Thursday, August 2, 2007
Note to Spencer: why people can be reasonable and wrong at the same time
In an article on Jihad Watch today, Spencer uncharacteristically vents his frustration. While he is, as usual, correct within a delimited focus of the issue, he is grievously purblind about the larger issue involved. In that article, Spencer takes to task one Joel Mowbray (who in a Front Page article defended Spencer against his recent defamation by CAIR representative Hooper):
“But the main reason why I am writing this, although I am grateful for Joel's taking the time to write this piece, is the business about ‘reasonable people’ who disagree with me.
“Really? Plenty of ‘reasonable people’? I wish Joel had taken the time to supply some names. Does he perhaps have in mind Dinesh D'Souza, with his relentless attributing to me of things I do not actually say, and his claim that I want Muslim countries to replace the Qur'an with the Torah? Is that ‘reasonable’? Or does Joel mean maybe Robert D. Crane, the former Nixon aide who called me demonic and falsely charged that I was misrepresenting the content of Islamic texts, when those texts actually clearly bore out my point?”
And so on.
Of course, Spencer is rhetorically speculating on what and who Mowbray meant by the ‘reasonable people’ who might disagree with Spencer in one way or another. In doing so, Spencer is ironically doing what he accuses Mowbray (and the others he lists) of doing: imputing to him things he has not in fact said. But this is a rather trivial miscalculation. Worse than this is the contextual assumption of Spencer’s frustration here—an assumption that perforce presumes the “vacuum” which I have mentioned many times before: the vacuum where a dominant, mainstream, sociologically systemic and historically long-standing PC Multiculturalism does not exist. When such a PC Multiculturalism—i.e., the actual PC Multiculturalism and not the shrunken and oddly stunted version Spencer and others tilt their lances at—does not exist, then certain factors and phenomena caused by it that impinge on Spencer (and Fitzgerald, et al.) become misdiagnosed—often seriously so.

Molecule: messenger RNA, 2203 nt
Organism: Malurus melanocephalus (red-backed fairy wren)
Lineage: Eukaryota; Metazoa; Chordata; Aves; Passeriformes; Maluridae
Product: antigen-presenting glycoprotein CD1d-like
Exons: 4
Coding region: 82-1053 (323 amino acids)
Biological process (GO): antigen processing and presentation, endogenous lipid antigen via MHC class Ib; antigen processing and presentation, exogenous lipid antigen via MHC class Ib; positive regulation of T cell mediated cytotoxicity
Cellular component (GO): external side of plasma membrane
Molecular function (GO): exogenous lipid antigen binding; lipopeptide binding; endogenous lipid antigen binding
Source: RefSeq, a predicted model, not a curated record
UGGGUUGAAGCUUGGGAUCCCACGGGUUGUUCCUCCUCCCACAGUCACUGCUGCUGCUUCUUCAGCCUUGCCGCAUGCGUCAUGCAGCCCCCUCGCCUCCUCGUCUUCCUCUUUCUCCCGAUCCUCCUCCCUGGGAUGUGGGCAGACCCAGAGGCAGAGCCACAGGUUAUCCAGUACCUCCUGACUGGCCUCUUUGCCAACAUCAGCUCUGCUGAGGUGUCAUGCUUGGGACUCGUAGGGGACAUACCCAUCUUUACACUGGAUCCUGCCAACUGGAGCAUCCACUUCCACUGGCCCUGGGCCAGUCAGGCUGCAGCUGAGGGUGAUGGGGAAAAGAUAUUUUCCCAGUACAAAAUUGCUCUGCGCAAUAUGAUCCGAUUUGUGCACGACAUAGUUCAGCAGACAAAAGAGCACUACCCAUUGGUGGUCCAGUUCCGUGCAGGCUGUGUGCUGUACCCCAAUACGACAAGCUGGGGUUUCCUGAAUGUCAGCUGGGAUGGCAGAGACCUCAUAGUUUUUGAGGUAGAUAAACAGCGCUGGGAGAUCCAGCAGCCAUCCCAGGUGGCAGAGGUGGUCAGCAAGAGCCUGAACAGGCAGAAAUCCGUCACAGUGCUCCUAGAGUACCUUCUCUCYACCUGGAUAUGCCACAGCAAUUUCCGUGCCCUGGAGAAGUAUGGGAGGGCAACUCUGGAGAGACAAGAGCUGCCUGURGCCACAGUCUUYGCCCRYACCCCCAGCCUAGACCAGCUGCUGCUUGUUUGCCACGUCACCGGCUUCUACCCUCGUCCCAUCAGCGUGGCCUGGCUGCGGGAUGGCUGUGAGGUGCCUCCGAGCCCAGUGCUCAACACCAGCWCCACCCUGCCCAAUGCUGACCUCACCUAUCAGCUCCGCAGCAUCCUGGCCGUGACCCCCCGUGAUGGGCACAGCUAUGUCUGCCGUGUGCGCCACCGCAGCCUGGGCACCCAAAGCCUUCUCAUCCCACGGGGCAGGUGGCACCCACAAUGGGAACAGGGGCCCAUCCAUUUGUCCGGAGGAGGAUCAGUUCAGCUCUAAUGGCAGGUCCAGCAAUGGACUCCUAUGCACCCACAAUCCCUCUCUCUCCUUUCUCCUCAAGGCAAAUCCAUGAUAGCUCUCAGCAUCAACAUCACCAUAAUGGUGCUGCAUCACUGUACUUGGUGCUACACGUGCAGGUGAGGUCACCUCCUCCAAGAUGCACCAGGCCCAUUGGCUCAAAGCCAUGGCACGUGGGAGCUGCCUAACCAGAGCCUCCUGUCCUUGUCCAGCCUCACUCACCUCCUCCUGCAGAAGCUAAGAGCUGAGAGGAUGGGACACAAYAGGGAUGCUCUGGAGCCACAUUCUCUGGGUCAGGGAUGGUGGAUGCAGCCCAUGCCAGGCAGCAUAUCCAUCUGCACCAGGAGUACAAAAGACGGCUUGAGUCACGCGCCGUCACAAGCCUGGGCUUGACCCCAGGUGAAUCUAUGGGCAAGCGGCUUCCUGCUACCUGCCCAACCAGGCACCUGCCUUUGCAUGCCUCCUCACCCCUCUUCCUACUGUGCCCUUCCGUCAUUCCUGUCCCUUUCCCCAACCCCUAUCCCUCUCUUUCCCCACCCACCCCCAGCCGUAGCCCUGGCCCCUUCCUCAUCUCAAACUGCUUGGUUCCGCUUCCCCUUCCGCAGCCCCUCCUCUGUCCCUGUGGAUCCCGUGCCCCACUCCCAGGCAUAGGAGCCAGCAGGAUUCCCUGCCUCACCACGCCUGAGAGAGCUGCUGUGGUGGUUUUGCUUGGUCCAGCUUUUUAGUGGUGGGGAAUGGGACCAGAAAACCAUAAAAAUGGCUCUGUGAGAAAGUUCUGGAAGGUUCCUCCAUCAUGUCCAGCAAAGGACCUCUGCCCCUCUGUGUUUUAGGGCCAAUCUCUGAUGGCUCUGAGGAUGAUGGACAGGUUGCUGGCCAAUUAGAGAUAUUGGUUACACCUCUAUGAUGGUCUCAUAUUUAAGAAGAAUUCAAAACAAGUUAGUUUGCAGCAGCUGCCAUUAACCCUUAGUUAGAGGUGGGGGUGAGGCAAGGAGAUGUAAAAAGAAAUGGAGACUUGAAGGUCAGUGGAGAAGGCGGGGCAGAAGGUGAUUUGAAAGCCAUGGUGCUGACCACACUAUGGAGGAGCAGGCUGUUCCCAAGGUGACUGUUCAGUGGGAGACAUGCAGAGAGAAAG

Such is the case with these ‘reasonable people’ that Spencer assumes must in fact be the obviously—and verifiably—unreasonable Dinesh D’Souzas, Robert Cranes, Carl Ernsts, Omid Safis, etc., of the world. Spencer cannot imagine that ‘reasonable people’ could exist out there who would disagree with him. Indeed, they do exist—in the millions and millions. But these ‘reasonable people’ are not correct, even though they are ‘reasonable’: that is where Spencer errs. Spencer’s myopia to the profoundly systemic nature of PC Multiculturalism blinds him to the fact that the effectiveness (and sociopolitical dominance) of PC Multiculturalism, with respect to the problem of Islam specifically, operates by channeling good human qualities—such as intelligence, courage, patriotism, morality and reasonableness—away from any critical examination of Islam and always, rather, along certain axiomatic grooves or channels whereby Islam remains forever sanitized from anything substantively bad, and whereby the vast majority of Muslims remain forever harmless and good contributors to society (except, of course, insofar as any one of them may succumb to normal human imperfections totally unrelated to Islam, while any more glaring bad behaviors they may exhibit can always be chalked up to their being “oppressed” by the evil West in one way or another).
Thus, the problem of those millions of people in the West who really are more ‘reasonable’ than the Dinesh D’Souzas, etc., of the world is not that they are not ‘reasonable’. The problem is that their unremarkable reasonableness is stuck in a socio-politico-psychologico-cultural mechanism, the PC Multiculturalist paradigm, whereby its normal activity is re-routed to a conclusion that forever protects Islam and the vast majority of Muslims, and that forever remains suspicious of the Spencers of the world who try to present counter-evidence to the Box they are in.
As long as Spencer only concentrates on the falsely ‘reasonable’ Dinesh D’Souzas of the world, his methods will be excellent and appropriate. But with regard to those millions of actually reasonable people out there who are stuck in disagreement with Spencer, he has developed no counter-arguments that I can see, and he does not seem to care to do so, and has even arrogantly dismissed me (and banned me more than once from Jihad Watch) in the past for bringing up this most urgent problem in our ongoing War of Ideas.